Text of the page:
'The Fox and the Hedgehog', an illustration by John Vernon Lord
in Aesop's Fables, Jonathan Cape, 1989, page 105.
The Fox and the Hedgehog
A Fox, while crossing over a river, was driven by the stream into a narrowing gorge, and lay there for a long time unable to get out, covered with myriads of horse-flies that had fastened themselves upon him. A Hedgehog who was wandering in that direction, saw him, and taking compassion on him, asked him if he should drive away the flies that were so tormenting him. But the fox begged him to do nothing of the sort. “Why not?” asked the Hedgehog. “Because” replied the Fox, “these flies that are upon me now are already full, and draw but little blood, but should you remove them, a swarm of fresh and hungry ones will come, who will not leave a drop of blood in my body.”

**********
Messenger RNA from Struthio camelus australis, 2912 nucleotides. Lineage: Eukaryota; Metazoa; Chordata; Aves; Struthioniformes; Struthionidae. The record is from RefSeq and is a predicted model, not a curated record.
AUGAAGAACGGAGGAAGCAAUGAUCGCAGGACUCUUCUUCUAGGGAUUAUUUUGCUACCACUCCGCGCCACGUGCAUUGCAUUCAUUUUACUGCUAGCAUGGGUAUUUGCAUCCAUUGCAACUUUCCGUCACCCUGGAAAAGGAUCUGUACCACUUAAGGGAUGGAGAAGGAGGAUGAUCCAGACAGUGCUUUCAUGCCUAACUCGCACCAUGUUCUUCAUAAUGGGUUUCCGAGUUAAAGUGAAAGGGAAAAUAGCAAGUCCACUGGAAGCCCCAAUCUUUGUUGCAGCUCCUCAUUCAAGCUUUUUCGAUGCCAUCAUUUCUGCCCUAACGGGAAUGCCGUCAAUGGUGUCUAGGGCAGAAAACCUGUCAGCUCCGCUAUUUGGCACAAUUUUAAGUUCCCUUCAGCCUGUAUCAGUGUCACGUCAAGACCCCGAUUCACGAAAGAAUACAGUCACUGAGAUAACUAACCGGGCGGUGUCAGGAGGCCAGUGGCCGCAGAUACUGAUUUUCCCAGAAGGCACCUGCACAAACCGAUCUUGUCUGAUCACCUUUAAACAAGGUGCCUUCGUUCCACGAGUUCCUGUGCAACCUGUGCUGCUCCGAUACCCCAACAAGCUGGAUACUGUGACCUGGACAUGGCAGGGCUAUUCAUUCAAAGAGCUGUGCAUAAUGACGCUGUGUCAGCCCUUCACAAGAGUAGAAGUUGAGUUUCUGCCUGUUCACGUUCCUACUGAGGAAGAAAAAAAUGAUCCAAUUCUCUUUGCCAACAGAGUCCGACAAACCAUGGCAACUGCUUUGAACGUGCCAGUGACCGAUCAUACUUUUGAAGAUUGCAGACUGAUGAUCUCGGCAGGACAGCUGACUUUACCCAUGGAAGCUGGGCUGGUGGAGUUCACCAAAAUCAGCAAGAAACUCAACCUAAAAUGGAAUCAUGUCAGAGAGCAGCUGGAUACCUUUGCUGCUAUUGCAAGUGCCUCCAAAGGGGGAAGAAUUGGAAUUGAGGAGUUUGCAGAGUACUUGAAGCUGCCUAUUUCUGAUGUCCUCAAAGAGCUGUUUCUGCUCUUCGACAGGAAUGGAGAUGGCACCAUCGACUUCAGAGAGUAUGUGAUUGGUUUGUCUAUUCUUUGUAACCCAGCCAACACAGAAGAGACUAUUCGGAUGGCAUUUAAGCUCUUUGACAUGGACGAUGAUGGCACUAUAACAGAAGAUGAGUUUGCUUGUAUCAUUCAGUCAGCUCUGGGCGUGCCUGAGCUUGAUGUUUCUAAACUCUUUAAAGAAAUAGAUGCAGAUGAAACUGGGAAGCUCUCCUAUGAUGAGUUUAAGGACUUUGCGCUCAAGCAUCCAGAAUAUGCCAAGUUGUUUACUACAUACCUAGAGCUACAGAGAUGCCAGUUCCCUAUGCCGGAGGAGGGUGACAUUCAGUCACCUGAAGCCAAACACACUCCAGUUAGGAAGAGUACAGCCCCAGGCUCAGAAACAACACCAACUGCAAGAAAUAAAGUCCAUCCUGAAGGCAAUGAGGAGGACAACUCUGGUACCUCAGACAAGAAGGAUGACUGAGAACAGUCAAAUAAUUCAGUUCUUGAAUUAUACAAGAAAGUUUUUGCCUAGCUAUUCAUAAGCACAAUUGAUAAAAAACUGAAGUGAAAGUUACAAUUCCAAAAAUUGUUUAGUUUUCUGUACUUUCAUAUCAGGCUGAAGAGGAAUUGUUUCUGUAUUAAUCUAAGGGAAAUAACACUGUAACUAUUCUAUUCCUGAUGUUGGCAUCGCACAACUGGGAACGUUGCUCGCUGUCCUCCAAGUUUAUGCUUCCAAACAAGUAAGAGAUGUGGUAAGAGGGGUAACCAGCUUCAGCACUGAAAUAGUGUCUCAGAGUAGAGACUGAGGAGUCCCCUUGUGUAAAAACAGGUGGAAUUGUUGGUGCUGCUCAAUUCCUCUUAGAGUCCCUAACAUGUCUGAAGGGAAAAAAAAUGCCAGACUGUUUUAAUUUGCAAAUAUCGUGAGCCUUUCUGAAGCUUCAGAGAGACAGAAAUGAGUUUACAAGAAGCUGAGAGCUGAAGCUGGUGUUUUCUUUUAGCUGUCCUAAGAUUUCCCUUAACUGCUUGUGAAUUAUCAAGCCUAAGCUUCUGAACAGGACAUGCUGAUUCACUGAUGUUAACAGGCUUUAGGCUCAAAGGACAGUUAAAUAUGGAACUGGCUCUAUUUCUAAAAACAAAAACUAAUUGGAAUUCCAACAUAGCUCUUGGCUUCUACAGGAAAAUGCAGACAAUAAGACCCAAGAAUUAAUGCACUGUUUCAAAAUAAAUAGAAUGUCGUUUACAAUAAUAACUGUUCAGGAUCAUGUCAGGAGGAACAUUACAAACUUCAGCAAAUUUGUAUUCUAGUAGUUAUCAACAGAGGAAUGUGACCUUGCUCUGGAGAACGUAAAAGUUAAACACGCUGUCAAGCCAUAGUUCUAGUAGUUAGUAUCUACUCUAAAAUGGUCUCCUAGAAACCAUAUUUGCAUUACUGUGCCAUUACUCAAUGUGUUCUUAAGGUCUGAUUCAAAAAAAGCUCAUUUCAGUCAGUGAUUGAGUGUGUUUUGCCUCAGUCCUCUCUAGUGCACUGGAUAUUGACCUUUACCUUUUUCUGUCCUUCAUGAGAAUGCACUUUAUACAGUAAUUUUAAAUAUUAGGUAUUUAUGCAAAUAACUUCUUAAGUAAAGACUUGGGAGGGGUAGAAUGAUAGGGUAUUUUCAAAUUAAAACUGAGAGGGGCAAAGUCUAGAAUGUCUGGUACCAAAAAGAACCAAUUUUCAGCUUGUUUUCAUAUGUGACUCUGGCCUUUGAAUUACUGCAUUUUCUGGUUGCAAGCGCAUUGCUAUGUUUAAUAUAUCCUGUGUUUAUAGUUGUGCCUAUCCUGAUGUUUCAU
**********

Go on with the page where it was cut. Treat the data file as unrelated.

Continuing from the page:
Moral: New dependants will suck you even more dry than the old ones, who have already had their fill.
Text: Thomas James (126, 1848).
Selected parallels: Aristotle Rhetoric 2.20. La Fontaine 12/13. L’Estrange 1/254. Chambry 27. Perry 427. TMI J215.1.
Note: in many of the fables it is ticks that are referred to rather than horseflies.